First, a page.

The coronavirus is threatening diversity in academia
Keisha Blain attended a top program in her field, collaborated with renowned scholars and wrote an award-winning dissertation — all of which she was sure would lead to an immediate and secure academic appointment.
But upon graduating from Princeton University with a PhD in History in 2014, she discovered that she had vastly underestimated the number of scholars seeking tenure-track positions. Blain was not only competing against her direct peers, but against talented scholars who had not been able to find steady work in the aftermath of the 2008 economic recession and had become even more competitive applicants in the intervening years.
“That’s when I realized all along that I had felt some undue sense of security,” Blain, an associate professor at the University of Pittsburgh who specializes in African American history, said. “There’s still this rosy colored picture that we sell to graduate students that yes, things are tough, but hard work and excellent scholarship will open doors.”
When a position at a university fell through because of a hiring freeze, Blain decided to complete a postdoctoral fellowship — a temporary position that varies in length during which entry-level academics continue their research at various institutions — after which she held a few other positions before being promoted to her current tenured role last year.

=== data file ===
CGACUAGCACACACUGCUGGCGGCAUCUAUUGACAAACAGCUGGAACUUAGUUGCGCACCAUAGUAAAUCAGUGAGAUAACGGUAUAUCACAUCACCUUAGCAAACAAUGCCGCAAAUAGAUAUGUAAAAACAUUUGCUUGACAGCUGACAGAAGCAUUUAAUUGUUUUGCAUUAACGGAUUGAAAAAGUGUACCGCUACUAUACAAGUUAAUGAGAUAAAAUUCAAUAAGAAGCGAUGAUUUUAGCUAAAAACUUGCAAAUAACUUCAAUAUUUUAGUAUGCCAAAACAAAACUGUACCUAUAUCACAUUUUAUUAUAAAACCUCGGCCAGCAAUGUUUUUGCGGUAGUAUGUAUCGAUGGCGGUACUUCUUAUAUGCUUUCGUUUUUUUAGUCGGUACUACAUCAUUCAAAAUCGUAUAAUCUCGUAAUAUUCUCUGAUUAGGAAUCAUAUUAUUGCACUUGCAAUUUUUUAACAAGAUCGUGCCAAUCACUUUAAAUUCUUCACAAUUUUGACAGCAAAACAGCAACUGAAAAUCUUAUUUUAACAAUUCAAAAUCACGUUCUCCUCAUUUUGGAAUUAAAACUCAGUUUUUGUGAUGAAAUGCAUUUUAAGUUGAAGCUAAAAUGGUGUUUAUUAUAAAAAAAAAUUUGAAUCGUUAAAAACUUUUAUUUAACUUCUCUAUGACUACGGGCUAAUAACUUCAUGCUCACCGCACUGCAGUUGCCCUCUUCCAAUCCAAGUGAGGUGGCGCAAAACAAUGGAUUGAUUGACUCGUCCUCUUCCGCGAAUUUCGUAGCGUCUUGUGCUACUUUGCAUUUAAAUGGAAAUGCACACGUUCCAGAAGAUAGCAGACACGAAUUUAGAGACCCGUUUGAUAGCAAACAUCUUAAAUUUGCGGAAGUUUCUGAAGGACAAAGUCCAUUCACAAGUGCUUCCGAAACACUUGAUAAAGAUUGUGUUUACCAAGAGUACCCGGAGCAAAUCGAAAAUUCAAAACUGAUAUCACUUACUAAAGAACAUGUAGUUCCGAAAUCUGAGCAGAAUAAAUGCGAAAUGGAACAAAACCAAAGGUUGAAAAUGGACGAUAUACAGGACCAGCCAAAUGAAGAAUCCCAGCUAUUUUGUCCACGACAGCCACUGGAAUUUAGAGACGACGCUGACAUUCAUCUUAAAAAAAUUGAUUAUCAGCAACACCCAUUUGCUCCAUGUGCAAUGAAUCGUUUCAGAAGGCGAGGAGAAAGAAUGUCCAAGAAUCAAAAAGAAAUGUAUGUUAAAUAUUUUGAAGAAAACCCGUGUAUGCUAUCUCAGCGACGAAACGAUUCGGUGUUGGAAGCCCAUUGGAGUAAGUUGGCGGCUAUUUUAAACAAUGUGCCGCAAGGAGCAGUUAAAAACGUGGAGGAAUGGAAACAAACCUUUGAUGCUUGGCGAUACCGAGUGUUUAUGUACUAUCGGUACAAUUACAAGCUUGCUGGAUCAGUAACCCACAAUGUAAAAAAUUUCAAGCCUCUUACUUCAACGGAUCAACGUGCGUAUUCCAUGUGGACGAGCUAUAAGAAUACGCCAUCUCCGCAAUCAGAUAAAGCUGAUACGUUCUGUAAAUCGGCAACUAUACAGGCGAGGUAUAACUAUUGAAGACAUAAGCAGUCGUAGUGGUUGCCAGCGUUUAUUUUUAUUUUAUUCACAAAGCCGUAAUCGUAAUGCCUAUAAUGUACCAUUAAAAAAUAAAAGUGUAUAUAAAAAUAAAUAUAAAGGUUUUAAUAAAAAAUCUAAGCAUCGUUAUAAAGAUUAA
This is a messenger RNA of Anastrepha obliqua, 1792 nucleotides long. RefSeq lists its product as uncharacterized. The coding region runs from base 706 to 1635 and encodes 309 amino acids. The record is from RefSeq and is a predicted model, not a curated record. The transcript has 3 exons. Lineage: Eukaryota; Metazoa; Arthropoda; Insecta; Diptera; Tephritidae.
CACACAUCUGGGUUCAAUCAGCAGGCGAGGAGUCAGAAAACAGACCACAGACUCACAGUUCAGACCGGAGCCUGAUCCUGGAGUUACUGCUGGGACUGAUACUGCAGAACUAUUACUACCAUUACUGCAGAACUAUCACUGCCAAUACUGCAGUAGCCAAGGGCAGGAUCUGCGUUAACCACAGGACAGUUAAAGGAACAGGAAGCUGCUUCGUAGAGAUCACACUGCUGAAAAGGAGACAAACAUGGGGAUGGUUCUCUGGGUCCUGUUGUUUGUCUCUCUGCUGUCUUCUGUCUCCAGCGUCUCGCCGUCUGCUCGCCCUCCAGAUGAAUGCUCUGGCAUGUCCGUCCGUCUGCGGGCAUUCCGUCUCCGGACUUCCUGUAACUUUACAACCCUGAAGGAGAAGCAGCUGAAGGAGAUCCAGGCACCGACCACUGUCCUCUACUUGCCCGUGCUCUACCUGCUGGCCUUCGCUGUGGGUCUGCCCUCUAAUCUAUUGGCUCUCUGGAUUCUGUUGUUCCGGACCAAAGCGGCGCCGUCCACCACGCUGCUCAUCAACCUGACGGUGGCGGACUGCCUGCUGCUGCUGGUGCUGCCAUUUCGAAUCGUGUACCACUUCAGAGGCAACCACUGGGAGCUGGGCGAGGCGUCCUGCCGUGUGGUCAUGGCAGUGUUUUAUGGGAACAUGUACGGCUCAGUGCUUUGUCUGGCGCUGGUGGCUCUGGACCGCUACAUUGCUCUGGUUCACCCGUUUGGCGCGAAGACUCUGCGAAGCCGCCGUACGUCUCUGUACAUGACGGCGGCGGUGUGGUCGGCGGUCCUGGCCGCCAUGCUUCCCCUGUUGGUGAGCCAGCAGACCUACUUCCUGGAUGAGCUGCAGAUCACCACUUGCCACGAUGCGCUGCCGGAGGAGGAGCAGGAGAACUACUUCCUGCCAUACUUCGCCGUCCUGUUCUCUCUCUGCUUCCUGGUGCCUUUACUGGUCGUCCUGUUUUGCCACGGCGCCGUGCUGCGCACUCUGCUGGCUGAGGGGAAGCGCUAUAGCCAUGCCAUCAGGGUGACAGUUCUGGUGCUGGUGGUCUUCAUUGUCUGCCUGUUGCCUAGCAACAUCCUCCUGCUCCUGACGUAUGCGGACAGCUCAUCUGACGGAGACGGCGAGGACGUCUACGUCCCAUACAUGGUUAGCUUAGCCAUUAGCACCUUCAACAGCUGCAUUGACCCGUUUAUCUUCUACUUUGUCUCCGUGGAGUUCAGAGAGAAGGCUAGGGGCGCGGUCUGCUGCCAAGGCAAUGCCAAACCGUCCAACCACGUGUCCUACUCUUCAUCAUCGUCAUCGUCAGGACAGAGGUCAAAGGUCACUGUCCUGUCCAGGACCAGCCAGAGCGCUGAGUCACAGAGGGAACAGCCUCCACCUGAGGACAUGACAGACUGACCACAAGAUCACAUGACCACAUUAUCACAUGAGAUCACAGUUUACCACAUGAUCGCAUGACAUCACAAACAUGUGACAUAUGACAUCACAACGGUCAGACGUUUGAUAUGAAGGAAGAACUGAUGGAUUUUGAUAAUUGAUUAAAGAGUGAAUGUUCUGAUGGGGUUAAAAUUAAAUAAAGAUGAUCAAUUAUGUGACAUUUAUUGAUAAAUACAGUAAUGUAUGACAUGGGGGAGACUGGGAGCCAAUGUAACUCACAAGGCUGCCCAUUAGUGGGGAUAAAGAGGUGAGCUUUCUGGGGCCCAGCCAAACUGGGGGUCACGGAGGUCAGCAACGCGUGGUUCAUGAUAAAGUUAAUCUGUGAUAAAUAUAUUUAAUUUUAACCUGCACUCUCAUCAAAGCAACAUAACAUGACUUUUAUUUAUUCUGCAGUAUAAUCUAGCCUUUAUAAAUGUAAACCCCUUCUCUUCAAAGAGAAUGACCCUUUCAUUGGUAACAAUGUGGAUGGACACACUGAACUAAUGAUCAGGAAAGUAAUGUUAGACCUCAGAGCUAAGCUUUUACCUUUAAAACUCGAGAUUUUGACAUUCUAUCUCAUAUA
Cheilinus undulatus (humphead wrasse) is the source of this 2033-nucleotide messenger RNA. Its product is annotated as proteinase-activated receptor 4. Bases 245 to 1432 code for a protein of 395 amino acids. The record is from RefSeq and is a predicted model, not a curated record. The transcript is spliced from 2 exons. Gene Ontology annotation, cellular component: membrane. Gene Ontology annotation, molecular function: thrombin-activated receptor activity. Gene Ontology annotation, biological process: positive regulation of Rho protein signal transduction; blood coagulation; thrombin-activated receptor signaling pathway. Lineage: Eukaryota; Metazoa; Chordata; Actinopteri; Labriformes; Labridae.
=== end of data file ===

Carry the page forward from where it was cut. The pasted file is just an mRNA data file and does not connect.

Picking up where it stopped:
It worked out for Blain, but for every academic success story like hers, there are hundreds more that involve equally qualified academics who, as The Atlantic’s Adam Harris writes, are “trapped in academia’s permanent underclass.” And the coronavirus may only make the situation for these educators, who are effectively gig workers cobbling together several positions to survive and who are most often women and people of color, worse.
As budgets are stricken and mass layoffs become routine, scholars of all levels are fighting back to make sure diversity in academia won’t become collateral damage in the pandemic.
An ‘open secret’: academia’s over reliance on adjunct faculty
More than 70 percent of all teaching positions in American higher education are non-tenure track roles, according to the American Association of University Professors. While the over reliance on contingent faculty who grapple with scant pay and benefits has routinely been described as an open secret in academia, the instability of this labor framework has been further illuminated in recent months to the point where it’s become unavoidable.
Education experts say that early pandemic-related layoffs and hiring freezes indicate that faculty from traditionally underrepresented backgrounds will likely be among the first to be axed — and they are urging their colleagues to speak up and act in solidarity as budget cuts will put the whole higher education system in flux.
“I worry about class and race diversity and diversity in gender identity,” said Carolyn Betensky, a associate professor of English at the University of Rhode Island and a founding member of Tenure for the Common Good, an organization of tenured professors from across the country who advocate on behalf of their non-tenure track colleagues. “I worry that institutions will make fewer efforts to open the doors to underserved people. I worry that college will go back to being something only for the upper-middle, wealthier classes and that just as the pandemic is disproportionately affecting people of color and lower income people, we’re going to see a heightened level of stratification in higher ed.”